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Kiteboards Out / Windsurfing Back In

After three days of meetings held in Dun Laoghaire, the ISAF Annual Conference drew to a close on Saturday as the final decisions affecting the sport moving forward were made.

23 submissions relating to the events and equipment for Rio 2016 were received by ISAF in advance of the Conference. In accordance with the ISAF Regulations, before the detail of any of these particular submissions could be discussed, Council were required to vote on a motion to re-open the debate on the subject. The Regulations specify that 75% of members must agree to the motion.

The submissions were presented as six proposals and Council asked to vote on them in terms of the specific changes they proposed. The first proposal grouped. 26 Council members voted in favour and 12 were against.
Proposal 2, which featured Submission 063-12, related to Men’s Kiteboarding, Women’s Kiteboarding and 2nd One Person Dinghy – Finn. 14 Council members voted in favour and 23 were against and 1 abstained.
With 38 possible votes, the 75% requirement was not achieved on either proposal so the events and equipment as approved in May 2012 remain for Rio 2016.

However, at the ISAF General Assembly part of the business for the 106 Member National Authorities (MNAs) who were present was to review any regulations made or amended in any substantive way by Council since the last Ordinary Meeting which was in November 2011.

ISAF had been notified of three amendments proposed by MNAs which concerned the first two lines of Regulation 23.1.4 (Men’s and Women’s Kiteboarding).
As defined in the Articles of ISAF, decisions at the General Assembly shall be taken by a simple majority of votes of those present and entitled to vote. There were 114 possible voters, including the ISAF President and Vice-Presidents.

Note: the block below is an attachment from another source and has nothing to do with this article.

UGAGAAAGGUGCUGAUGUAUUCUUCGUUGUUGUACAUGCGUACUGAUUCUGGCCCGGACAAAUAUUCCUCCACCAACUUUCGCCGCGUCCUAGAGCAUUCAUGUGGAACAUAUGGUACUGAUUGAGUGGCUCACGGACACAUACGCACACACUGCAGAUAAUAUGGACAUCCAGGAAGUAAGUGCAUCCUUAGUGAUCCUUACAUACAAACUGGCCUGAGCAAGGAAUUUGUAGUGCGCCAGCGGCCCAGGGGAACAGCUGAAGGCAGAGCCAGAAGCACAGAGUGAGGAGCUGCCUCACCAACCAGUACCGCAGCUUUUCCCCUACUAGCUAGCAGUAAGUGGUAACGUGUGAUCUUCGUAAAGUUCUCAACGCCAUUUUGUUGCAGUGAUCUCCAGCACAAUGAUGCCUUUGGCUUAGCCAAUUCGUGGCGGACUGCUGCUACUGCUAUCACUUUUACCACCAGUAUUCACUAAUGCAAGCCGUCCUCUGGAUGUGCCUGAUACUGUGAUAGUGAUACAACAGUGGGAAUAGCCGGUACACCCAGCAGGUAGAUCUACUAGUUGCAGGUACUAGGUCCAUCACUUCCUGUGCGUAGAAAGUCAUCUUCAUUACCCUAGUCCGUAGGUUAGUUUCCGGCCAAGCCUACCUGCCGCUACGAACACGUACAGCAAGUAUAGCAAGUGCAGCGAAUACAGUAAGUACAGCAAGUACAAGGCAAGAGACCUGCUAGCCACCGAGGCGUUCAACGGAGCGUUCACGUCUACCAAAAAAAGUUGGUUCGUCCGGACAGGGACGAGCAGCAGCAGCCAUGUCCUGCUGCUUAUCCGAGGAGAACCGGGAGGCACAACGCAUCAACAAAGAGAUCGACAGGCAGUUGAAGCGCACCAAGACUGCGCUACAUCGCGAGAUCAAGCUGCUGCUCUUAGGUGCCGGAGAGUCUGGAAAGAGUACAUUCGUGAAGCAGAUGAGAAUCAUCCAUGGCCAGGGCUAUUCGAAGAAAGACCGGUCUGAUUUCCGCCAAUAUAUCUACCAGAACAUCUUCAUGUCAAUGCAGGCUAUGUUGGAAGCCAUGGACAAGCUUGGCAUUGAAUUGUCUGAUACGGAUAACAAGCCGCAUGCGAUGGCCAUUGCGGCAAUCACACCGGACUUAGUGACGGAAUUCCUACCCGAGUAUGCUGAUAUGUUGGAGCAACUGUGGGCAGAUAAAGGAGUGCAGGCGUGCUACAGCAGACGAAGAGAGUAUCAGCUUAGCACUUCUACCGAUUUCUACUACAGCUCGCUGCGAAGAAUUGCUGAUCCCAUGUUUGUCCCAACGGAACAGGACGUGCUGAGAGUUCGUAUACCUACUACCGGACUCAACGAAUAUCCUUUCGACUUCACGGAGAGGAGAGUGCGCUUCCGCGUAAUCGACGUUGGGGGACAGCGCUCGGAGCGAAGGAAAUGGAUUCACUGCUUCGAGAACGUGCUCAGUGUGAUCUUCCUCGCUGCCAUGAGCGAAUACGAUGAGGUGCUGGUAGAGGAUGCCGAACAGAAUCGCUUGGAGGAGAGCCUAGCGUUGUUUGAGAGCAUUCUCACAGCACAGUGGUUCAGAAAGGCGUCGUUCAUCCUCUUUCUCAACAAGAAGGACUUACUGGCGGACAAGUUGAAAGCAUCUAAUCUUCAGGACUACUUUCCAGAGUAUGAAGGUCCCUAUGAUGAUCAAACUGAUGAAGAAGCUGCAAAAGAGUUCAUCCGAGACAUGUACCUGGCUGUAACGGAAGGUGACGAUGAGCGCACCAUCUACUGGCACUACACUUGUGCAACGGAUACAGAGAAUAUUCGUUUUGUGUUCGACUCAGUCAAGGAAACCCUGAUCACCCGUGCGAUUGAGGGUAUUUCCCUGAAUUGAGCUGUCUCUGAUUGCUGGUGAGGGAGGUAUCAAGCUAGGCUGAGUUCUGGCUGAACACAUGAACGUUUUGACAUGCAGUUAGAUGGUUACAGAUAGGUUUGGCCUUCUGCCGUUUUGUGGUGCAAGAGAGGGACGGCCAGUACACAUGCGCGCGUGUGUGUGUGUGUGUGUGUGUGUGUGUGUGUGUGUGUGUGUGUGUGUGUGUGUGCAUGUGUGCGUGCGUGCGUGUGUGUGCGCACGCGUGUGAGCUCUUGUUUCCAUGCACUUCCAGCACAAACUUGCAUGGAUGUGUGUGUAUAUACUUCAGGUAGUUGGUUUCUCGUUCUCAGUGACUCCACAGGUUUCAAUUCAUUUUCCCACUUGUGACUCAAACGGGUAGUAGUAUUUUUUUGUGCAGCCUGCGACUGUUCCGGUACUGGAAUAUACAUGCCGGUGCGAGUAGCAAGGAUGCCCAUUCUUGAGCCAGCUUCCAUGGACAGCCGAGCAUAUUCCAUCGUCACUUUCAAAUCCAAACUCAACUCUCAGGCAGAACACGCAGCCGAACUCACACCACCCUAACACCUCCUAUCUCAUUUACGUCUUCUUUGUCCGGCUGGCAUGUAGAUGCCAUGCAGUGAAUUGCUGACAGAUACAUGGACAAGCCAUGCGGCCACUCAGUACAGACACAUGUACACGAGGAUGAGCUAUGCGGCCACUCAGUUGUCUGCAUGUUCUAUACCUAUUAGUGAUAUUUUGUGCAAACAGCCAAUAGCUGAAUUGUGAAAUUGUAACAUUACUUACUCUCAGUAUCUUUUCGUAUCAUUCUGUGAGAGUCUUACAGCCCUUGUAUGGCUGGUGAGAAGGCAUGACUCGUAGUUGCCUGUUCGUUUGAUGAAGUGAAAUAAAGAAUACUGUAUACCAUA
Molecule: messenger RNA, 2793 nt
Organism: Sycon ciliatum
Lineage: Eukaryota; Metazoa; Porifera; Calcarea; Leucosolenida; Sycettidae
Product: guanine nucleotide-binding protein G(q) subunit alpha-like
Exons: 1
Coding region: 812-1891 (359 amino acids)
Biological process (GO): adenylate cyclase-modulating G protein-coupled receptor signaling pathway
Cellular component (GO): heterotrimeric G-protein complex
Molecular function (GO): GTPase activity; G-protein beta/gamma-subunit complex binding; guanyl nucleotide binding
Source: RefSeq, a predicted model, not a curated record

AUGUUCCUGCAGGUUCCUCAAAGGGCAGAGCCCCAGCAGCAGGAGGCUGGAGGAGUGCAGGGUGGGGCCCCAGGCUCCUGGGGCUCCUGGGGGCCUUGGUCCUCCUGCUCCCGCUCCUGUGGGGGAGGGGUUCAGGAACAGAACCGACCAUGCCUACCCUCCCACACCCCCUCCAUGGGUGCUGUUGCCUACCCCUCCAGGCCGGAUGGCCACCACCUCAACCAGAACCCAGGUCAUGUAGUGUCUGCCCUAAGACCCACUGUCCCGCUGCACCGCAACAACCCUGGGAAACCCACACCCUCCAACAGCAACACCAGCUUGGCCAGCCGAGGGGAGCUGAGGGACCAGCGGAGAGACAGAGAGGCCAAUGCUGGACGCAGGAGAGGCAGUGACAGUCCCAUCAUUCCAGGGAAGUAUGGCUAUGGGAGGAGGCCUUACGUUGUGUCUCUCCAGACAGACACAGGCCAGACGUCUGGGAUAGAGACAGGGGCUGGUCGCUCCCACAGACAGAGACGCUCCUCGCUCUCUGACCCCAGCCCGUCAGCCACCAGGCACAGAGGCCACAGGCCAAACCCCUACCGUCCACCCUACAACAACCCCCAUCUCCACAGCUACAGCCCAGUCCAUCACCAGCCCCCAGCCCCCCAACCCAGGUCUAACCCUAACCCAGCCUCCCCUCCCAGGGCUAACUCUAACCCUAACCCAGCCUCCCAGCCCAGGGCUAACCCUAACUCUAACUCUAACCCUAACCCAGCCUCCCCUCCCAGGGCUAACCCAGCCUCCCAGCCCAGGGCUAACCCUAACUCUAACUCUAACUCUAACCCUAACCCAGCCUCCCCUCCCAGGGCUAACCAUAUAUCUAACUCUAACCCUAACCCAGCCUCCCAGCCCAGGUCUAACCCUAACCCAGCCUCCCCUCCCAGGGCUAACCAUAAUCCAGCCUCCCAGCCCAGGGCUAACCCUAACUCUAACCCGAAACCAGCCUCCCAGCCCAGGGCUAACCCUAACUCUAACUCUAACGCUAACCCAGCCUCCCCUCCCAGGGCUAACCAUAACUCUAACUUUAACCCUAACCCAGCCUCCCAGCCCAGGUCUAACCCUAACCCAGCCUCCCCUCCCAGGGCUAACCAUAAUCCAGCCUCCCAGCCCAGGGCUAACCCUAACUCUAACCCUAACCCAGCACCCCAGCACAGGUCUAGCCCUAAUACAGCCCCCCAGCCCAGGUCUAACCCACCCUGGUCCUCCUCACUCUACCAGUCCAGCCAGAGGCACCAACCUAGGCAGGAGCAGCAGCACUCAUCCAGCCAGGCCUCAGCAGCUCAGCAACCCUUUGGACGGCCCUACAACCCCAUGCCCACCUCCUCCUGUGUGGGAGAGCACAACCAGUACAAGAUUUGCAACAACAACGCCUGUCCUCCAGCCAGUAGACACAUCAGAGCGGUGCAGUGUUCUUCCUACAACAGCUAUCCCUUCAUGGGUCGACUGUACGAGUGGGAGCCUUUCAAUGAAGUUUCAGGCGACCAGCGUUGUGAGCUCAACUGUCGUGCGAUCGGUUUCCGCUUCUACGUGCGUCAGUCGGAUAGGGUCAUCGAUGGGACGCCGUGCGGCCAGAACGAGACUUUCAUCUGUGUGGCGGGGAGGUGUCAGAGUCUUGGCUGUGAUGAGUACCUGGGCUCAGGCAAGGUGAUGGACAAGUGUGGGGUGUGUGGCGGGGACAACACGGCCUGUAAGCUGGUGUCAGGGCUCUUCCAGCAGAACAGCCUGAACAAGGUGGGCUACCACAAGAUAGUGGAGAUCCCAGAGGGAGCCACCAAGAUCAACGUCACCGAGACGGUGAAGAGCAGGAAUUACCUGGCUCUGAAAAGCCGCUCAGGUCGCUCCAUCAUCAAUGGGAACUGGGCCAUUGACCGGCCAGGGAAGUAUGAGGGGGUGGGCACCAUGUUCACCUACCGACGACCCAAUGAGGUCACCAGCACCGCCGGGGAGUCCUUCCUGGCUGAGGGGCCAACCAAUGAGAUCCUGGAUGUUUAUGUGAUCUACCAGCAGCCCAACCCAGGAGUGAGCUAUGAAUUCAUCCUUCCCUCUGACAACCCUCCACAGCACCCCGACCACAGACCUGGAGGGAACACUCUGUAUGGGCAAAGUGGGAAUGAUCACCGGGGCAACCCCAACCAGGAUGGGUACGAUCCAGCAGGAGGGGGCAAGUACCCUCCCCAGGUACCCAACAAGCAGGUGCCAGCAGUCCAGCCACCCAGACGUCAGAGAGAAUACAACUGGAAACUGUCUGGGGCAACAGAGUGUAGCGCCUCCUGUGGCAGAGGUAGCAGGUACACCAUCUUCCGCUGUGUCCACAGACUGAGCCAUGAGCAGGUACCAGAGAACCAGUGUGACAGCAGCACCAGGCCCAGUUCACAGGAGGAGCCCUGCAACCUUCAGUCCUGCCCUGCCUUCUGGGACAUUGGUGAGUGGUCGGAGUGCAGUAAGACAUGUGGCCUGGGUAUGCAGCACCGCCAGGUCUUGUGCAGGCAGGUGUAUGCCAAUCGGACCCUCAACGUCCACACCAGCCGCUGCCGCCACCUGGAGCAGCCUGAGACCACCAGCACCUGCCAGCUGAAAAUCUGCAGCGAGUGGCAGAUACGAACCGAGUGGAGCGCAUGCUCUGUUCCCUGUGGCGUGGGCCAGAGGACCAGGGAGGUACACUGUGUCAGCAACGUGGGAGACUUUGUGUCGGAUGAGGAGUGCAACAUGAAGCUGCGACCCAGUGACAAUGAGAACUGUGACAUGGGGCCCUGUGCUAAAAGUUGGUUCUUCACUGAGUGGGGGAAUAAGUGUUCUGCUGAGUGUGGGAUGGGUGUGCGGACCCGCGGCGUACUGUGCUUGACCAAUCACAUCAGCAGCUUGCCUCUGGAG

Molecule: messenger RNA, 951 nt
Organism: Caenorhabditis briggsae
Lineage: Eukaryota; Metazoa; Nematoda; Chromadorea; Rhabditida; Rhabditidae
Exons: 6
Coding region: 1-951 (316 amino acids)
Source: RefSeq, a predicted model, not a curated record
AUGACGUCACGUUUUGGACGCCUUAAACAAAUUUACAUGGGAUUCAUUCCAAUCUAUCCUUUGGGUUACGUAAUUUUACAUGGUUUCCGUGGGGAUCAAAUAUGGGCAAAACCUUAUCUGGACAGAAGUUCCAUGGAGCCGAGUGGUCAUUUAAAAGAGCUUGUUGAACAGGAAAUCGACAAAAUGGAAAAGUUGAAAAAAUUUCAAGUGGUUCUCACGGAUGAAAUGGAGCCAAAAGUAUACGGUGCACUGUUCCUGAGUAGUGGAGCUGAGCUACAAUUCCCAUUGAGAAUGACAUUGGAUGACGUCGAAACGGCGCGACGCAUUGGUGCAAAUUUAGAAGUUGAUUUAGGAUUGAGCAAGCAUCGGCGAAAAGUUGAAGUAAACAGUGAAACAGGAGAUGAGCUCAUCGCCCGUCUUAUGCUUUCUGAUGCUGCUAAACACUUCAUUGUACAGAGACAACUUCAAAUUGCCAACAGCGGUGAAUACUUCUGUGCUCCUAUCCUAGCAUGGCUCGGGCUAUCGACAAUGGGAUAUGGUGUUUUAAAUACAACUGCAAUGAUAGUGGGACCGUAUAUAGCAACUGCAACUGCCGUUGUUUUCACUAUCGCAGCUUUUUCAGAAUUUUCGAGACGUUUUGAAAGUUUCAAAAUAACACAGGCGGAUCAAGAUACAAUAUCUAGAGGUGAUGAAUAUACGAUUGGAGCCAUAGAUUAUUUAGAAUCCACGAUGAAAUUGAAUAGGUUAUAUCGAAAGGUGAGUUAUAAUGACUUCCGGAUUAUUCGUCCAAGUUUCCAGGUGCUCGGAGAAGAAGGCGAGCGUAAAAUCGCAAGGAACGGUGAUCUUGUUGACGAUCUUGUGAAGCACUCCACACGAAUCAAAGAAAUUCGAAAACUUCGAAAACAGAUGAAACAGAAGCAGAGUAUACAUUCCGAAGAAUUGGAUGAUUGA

After a lengthy debate the MNAs approved the first proposal which reinstated Men’s and Women’s Boards – RS:X.

ISAF Regulation 23.1.4 now reads:
Men’s Board – RS:X?Women’s Board – RS:X?Men’s One Person Dinghy – Laser, Women’s One Person Dinghy – Laser Radial, Men’s 2nd One Person Dinghy – Finn, Men’s Skiff – 49er, Women’s Skiff – 49erFX, Men’s Two Person Dinghy – 470, Women’s Two Person Dinghy – 470, Mixed Two Person Multihull – Nacra 17

The move to re-open failed by just two votes to reach the required threshold, but got support from 26 of the 38 voting delegates, at the Council Meeting on Thursday.

From there it was likely that if the Council vote was repeated at the Annual General Meeting (held only once every four years), it was obvious that the Windsurfers had done their homework and would carry the day – provided politics did not come into play and delegates at the AGM (where each country physically present is allowed a single vote, instead of just the  regions in the Council Meeting) had stayed true to the voting direction from the Council meeting – which was that although 75% were not in favour of re-visiting, the clear majority was for a re-instatement of Windsurfing.

Given that scenario, the fate of Kiteboarding in a simple vote was inevitable, and the  decision of the ISAF Council at its Mid-Year Meeting was finally overturned by a vote of 51 to 40 in favour of the Windsurfer.

Mens and Womens One Person Dinghy and the Mens and Womens Skiff have also been confirmed as Events for the 2020 Olympics, along with the respective classes, the Laser, Laser Radial, 49er and 49erFX

Extract Note: “At its mid-year meeting in Stresa, Italy, the council took the opportunity to correct a previous blunder, restoring a catamaran class for 2016, plumping for the Nacra 17. It has also thrown out the women’s match racing event and replaced it with a women’s high performance skiff event, choosing the 49erFX.

“These announcements mark a new era for sailing,” said ISAF president Göran Petersson, whose second four-year term ends in November (2012), when he will join the International Olympic Committee. “Kiteboarding has proven to us that it is ready to be included in the list of ISAF events and is a fantastic addition to the sailing programme for the 2016 games.”  The representative from the Irish Sailing Association made an impassioned speech favouring the inclusion of the kiteboarders and one can only wonder why the Irish representative took such a strong stance on the matter when Ireland has never been represented at the Olympic regatta in the windsurfing discipline although they were included on the Olympic squad in 1988.”

While the decision announced at Dun Laoghaire 2012 must have been hugely disappointing for the Kiteboarding fraternity, they have been very gracious in their acceptance while still vowing to fight on.

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